In today’s digital era, the very idea of a security breach can cause severe consternation. So one can imagine the concern when on September 20, there were news reports of a data breach at Indolj, a Pakistani restaurant technology provider. Specifically, local media outlets reported that a sample database of customers who use Indolj had been compromised – and more worryingly, that this database contained the customers’ personal and payment information of customers. What actually happened? Profit finds out.
The incident at Indolj
Indolj is a commission-free online ordering system and food ordering app that helps restaurants cater to their customers’ food orders. It also provides all-in-one technology solutions for restaurants, including websites with online ordering, POS, digital menu boards and digital marketing.
On September 20, Profit received a sample database that was allegedly selling data of approximately 2.2 million Indolj customers. This same database was received by other media outlets, such as GEO News, which reported on the topic on September 20, and ProPakistani, which reported on it two days later. The database included the names of customers, their email addresses, their phone numbers, along with other information.
Profit carried out an analysis to verify the authenticity of the information leaked. This was done by contacting a pool of around 30 customers whose details were mentioned. We were able to confirm the names and numbers of these customers; however, approximately only 15 email addresses matched the ones in the database.
While it had been initially claimed that customers’ credit card information had also been breached, there was no proof of this in the database. Additionally, the physical addresses of customers were also not present in the sample data, which means that there is no confirmation of that particular data being leaked.
Profit spoke to both Indolj’s CEO Saad Jandga, and Wah Brands CEO Athar Chawla, who has closely worked with Indolj and used their services for his brands. Both individuals confirmed that details like the names and phone numbers of any customer registered are common and usually available. Both also said that anyone with a mobile number receives numerous promotional and marketing calls on a daily basis, so this is not something that people should panic about.
Breaching into the systems and leaking sensitive customer data is unusual, however, “such unethical practices are often carried out by competitors, when a platform is growing,” Chawla said.
He added the report’s use of fabricated data such as some email addresses and phone numbers doesn’t provide any evidence of Indolj’s sensitive data being compromised.
Jangda reiterated the platform doesn’t require customers to provide sensitive data. He also said the team received the database around the same time as everyone else did and took immediate action. They carried out an analysis to verify the data themselves, as well as with their clients, which showed that only a small fraction (approximately 5%) matched the data at the secure back-end database.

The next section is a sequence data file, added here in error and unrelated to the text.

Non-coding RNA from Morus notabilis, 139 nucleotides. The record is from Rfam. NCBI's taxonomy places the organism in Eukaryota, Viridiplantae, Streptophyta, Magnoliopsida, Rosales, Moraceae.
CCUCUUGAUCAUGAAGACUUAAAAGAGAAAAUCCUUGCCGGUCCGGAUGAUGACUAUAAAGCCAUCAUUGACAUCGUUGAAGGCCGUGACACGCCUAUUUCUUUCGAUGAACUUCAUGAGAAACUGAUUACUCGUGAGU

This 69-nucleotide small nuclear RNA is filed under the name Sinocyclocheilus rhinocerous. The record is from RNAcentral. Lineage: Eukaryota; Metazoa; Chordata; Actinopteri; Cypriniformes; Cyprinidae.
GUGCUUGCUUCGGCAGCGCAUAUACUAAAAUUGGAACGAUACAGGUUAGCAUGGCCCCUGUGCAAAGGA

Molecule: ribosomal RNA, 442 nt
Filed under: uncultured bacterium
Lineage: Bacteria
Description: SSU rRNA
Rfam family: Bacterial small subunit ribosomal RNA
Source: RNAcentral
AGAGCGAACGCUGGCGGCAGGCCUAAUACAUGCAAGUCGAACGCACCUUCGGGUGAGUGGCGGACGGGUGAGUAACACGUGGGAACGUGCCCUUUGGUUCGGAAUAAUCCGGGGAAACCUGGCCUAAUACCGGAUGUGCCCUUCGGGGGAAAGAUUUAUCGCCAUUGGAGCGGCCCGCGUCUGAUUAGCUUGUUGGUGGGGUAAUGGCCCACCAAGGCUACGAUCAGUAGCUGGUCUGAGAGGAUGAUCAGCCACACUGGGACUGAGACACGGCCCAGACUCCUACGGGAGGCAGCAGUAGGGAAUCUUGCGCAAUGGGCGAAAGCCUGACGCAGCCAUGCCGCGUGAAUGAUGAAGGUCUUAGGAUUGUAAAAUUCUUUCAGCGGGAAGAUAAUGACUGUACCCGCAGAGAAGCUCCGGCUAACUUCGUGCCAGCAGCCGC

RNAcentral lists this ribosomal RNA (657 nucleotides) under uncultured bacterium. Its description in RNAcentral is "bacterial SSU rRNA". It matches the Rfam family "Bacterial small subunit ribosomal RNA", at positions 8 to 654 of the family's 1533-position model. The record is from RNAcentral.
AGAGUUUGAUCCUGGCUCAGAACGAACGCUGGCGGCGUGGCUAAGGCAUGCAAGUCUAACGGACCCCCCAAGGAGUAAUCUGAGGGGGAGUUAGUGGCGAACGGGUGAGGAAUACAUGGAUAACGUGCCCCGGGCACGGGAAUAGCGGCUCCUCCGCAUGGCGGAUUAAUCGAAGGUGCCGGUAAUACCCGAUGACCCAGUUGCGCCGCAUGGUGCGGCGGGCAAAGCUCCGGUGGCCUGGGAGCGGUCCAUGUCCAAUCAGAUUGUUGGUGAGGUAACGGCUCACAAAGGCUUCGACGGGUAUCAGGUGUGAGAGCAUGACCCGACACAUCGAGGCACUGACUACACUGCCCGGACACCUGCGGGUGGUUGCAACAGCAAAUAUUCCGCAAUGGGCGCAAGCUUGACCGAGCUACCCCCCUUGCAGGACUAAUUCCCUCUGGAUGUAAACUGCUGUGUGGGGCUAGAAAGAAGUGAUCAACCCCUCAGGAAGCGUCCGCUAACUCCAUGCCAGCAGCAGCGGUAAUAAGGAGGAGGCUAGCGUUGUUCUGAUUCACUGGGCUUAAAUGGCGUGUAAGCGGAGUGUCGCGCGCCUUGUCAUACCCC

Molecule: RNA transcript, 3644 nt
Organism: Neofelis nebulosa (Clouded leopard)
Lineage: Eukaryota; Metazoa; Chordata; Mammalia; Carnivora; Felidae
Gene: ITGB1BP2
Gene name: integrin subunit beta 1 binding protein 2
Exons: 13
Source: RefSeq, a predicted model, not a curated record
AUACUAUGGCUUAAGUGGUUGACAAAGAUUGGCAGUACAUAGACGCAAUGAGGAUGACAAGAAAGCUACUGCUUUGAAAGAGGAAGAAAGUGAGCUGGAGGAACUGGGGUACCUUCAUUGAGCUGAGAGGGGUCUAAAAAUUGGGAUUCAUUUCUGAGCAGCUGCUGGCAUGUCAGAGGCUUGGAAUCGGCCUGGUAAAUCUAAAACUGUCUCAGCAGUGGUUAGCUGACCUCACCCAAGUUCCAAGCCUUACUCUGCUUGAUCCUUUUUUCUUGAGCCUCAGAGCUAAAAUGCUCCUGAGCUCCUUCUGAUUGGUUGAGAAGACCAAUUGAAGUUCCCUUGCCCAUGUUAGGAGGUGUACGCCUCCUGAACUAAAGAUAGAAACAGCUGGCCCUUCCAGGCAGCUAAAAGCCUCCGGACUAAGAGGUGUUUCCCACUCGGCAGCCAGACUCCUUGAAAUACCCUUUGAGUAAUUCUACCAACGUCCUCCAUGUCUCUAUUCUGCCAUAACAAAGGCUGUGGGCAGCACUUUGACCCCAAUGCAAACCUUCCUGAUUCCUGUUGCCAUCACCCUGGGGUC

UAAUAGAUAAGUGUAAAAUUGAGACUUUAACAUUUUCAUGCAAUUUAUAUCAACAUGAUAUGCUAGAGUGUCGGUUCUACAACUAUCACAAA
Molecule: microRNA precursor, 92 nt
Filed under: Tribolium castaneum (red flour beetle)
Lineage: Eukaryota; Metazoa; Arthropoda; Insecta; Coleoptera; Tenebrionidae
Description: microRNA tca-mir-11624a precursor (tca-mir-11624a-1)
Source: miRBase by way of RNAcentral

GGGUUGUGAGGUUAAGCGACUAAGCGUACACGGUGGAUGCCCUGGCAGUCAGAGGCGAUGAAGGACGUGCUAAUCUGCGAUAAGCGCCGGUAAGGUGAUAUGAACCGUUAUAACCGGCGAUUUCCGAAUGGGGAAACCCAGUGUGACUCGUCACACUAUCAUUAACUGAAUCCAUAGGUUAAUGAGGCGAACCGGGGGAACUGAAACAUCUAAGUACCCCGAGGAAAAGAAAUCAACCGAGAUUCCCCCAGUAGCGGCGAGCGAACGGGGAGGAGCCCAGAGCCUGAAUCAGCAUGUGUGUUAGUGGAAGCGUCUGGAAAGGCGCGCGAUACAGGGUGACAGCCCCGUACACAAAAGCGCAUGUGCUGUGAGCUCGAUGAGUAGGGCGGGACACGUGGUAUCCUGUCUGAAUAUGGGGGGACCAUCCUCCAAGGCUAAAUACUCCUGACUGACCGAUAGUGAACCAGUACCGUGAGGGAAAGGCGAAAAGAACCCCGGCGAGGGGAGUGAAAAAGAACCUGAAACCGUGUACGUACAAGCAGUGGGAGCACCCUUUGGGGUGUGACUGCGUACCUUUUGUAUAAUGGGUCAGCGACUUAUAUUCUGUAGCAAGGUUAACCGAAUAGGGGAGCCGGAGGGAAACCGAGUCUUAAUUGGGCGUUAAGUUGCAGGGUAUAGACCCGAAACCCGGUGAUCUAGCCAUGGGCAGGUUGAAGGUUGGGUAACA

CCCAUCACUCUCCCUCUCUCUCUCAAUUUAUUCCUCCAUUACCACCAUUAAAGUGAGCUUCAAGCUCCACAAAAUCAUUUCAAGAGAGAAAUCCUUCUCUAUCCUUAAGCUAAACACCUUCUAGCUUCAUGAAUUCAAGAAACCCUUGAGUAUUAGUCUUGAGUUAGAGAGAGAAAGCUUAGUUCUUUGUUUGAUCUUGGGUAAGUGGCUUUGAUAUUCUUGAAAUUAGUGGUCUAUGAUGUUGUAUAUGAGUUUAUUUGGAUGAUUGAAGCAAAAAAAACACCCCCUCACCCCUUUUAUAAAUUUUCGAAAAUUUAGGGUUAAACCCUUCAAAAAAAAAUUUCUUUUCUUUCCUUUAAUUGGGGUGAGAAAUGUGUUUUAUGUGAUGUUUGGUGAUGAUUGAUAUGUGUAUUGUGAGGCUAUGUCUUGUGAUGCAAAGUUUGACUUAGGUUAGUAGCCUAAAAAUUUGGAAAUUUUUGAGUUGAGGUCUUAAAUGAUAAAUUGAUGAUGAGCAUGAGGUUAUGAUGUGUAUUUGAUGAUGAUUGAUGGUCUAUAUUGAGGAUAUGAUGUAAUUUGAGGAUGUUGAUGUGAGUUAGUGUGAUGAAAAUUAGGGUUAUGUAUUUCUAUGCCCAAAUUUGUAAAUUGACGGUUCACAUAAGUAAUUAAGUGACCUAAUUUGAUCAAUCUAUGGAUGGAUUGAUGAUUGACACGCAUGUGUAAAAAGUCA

“This inconsistency raises serious doubts about the authenticity of the reported data breach,” Saad told this newspaper.
What about customers’ credit card information?
Indolj is a service provider that does not require any customer to save their credit card information. However, the restaurants that use the platform’s services and offer an online payment option to their customers use a payment gateway. These are offered either by Foree, Bank Alfalah or HBL. Jangda said Indolj does not store any data as payments are made through the gateway portal alone. This was confirmed by security expert Rafay Baloch, who said Indolj is not Payment Card Industry Data Security Standard (PCI DSS) compliant. Only PCI compliant companies can store data.
“Indolj users enter their credit card information every time unless the portal asks them to save the information. Even in that case, the information is not with Indolj,” Saad stated.
“The report includes a credit card column, but Indolj never stores payment information, making any claim of credit card data leakage impossible,” Chawla said, further stating that an OTP is requested from users every time an online payment is made on their restaurants.
In this case, credit card numbers were not included in the database. Even if they had been included, an individual would have to also know a customer’s pin, along with the credit card info to make a transaction. The chance of fraud increases when both the credit card number and pin are available.
What does it mean to be PCI Compliant?
It means that your systems are secure, reducing the chances of data breaches. Merchants and payment service providers (PSPs) handling card data must maintain PCI compliance. It encompasses technical and operational standards that businesses must adhere to to protect cardholders’ credit card data during processing. Being PCI compliant, a merchant needs to undergo rigorous security measures and audits to ensure data protection.
How serious is this security breach?
Our analysis shows that breach may not be so serious as no sensitive data has been leaked. This is because merchants who are not PCI compliant do not store sensitive information.
What is being done?
Indolj has said that it has robust security measures and is continuously updating its security protocols to avoid such threats in the future. Additionally, the service provider is pursuing legal action through FIA Cyber Crime to hold those responsible for this incident accountable. They have also engaged certified security consultants to investigate this further.